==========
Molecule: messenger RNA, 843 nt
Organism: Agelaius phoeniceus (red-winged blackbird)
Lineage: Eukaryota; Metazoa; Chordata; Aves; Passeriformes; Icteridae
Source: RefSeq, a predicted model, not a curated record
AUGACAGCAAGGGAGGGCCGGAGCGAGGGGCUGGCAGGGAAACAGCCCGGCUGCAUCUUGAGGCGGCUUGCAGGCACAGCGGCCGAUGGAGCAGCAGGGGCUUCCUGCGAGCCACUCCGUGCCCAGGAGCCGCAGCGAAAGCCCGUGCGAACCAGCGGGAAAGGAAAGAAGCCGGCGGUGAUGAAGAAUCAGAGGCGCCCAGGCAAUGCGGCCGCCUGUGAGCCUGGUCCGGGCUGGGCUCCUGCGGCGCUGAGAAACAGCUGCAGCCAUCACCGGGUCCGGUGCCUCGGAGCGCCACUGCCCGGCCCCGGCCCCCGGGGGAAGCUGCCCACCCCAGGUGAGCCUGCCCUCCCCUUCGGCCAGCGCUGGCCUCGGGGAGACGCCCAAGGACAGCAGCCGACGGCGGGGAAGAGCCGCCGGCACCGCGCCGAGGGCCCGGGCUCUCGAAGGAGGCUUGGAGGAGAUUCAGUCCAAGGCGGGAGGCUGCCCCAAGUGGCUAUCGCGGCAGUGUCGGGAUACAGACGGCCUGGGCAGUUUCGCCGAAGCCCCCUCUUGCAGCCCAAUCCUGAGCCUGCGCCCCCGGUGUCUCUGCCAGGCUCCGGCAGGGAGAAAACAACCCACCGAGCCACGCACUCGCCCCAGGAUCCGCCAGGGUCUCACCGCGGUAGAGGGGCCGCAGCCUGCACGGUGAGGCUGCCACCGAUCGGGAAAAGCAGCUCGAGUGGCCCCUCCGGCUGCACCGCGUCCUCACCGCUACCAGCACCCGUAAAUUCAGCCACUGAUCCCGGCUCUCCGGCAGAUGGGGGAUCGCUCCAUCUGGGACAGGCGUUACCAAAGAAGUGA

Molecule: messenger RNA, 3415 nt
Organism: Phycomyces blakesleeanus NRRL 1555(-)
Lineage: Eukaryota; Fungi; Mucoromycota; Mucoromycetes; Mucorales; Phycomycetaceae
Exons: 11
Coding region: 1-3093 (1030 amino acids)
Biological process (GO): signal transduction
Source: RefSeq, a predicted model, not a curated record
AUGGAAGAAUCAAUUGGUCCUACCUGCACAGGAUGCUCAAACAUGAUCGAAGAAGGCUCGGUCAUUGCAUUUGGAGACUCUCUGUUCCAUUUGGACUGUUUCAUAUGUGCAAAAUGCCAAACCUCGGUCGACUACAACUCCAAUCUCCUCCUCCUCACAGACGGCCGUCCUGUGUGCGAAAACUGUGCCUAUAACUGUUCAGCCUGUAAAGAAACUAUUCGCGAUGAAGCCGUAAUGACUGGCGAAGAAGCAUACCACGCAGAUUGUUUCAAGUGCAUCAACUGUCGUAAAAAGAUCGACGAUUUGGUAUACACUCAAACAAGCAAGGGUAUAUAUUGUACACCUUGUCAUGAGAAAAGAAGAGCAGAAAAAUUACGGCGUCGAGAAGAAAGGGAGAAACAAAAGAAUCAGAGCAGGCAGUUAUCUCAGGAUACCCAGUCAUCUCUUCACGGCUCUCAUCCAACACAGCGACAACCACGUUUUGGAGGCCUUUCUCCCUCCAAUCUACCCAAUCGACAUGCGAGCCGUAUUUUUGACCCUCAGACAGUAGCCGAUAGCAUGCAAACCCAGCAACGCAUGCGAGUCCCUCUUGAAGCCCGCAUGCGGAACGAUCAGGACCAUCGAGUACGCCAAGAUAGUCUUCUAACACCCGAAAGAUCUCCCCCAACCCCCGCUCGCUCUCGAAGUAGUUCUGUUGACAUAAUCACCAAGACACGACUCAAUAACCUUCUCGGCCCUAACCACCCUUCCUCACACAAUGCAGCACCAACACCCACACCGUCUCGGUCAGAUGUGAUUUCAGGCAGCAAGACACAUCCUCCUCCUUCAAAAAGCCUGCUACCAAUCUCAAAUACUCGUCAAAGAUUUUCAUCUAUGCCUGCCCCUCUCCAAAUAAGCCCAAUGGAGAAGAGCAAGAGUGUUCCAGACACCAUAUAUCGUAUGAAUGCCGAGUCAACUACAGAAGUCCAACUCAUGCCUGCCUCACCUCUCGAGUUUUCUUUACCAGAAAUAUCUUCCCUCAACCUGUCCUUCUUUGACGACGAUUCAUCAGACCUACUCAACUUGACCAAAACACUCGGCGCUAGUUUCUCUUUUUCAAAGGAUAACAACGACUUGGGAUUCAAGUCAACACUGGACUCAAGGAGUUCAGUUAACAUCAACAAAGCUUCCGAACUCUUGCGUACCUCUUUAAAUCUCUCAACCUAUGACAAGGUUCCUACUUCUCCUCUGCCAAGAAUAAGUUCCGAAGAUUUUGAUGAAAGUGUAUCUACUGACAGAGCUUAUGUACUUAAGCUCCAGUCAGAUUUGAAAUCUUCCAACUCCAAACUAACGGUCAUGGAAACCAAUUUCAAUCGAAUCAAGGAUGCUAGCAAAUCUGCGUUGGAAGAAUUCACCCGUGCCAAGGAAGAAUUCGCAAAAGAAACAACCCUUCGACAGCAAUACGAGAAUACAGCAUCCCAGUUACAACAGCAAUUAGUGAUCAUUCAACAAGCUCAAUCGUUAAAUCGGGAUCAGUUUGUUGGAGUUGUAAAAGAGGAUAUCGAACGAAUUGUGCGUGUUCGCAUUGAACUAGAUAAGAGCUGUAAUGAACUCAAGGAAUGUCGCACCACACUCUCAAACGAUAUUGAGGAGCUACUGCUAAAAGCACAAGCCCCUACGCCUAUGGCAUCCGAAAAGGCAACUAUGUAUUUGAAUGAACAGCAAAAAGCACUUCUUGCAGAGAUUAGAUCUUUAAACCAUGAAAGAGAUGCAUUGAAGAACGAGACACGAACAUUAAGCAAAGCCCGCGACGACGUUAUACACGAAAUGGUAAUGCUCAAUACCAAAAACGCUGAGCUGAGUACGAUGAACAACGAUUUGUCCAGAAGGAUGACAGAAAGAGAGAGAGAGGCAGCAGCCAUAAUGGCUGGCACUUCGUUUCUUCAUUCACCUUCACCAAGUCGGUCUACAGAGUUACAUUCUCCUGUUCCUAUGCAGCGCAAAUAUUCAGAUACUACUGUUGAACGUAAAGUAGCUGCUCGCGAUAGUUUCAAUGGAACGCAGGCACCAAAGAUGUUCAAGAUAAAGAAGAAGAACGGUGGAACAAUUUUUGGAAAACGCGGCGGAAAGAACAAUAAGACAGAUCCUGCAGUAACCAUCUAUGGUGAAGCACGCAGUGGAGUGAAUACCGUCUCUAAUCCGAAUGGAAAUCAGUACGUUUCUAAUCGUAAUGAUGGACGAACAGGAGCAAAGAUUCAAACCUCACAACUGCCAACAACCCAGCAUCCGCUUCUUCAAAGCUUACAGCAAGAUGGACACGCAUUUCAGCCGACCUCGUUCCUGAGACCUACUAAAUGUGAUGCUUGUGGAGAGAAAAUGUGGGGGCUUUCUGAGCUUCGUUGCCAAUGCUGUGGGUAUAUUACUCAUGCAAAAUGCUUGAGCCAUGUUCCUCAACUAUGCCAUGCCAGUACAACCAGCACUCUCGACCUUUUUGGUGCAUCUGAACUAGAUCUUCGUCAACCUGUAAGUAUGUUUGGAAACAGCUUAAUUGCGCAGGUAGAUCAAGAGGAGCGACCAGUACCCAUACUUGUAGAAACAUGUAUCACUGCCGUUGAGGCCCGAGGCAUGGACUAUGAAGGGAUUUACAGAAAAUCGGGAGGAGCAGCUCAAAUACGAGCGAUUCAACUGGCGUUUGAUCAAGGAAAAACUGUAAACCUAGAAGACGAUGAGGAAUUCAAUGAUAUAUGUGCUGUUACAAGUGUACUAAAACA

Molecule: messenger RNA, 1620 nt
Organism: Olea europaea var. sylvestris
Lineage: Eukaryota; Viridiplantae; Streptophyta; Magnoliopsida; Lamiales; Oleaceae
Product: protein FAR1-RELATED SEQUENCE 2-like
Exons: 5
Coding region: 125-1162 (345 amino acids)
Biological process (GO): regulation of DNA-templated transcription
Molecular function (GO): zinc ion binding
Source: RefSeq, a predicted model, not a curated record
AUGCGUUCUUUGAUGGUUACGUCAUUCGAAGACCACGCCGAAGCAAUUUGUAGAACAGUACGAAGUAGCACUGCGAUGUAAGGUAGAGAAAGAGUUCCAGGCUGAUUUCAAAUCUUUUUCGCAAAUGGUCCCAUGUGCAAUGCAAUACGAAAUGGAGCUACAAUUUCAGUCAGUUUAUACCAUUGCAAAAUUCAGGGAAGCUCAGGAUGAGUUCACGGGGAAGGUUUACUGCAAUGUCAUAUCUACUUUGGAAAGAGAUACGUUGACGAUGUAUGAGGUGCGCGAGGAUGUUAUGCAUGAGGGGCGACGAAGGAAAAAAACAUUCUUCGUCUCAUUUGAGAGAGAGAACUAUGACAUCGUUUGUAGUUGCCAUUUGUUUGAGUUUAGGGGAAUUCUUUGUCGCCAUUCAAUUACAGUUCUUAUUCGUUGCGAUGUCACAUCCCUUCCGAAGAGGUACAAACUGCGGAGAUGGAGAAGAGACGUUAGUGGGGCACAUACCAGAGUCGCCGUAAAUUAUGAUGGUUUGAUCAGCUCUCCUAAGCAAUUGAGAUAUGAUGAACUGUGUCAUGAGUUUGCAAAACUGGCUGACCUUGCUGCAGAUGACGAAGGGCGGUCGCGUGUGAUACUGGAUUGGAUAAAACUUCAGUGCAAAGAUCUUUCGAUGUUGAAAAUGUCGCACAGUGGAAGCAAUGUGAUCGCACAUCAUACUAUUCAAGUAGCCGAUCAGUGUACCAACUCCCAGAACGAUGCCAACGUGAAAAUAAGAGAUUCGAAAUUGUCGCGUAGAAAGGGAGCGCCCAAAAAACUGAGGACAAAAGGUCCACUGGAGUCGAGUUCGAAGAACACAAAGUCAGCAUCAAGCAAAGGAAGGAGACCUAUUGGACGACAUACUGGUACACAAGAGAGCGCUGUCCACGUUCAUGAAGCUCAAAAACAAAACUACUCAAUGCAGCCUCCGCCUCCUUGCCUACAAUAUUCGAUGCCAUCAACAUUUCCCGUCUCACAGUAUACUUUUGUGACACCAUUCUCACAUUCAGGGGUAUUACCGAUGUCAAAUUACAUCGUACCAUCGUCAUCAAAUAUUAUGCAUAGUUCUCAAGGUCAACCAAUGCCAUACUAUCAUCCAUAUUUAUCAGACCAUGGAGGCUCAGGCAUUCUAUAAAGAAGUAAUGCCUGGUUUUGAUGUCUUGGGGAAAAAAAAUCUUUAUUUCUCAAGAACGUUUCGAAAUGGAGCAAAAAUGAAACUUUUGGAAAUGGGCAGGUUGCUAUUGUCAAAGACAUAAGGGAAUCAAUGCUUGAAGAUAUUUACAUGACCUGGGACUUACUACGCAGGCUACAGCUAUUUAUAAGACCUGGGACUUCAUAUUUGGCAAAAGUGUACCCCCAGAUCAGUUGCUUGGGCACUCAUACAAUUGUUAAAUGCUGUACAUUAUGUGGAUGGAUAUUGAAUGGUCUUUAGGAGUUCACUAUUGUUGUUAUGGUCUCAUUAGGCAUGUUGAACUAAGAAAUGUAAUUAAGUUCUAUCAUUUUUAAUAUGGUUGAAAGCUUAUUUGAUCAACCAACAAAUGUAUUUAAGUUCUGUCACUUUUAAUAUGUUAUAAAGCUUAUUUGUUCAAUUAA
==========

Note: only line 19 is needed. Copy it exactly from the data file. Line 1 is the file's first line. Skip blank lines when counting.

Coding region: 125-1162 (345 amino acids)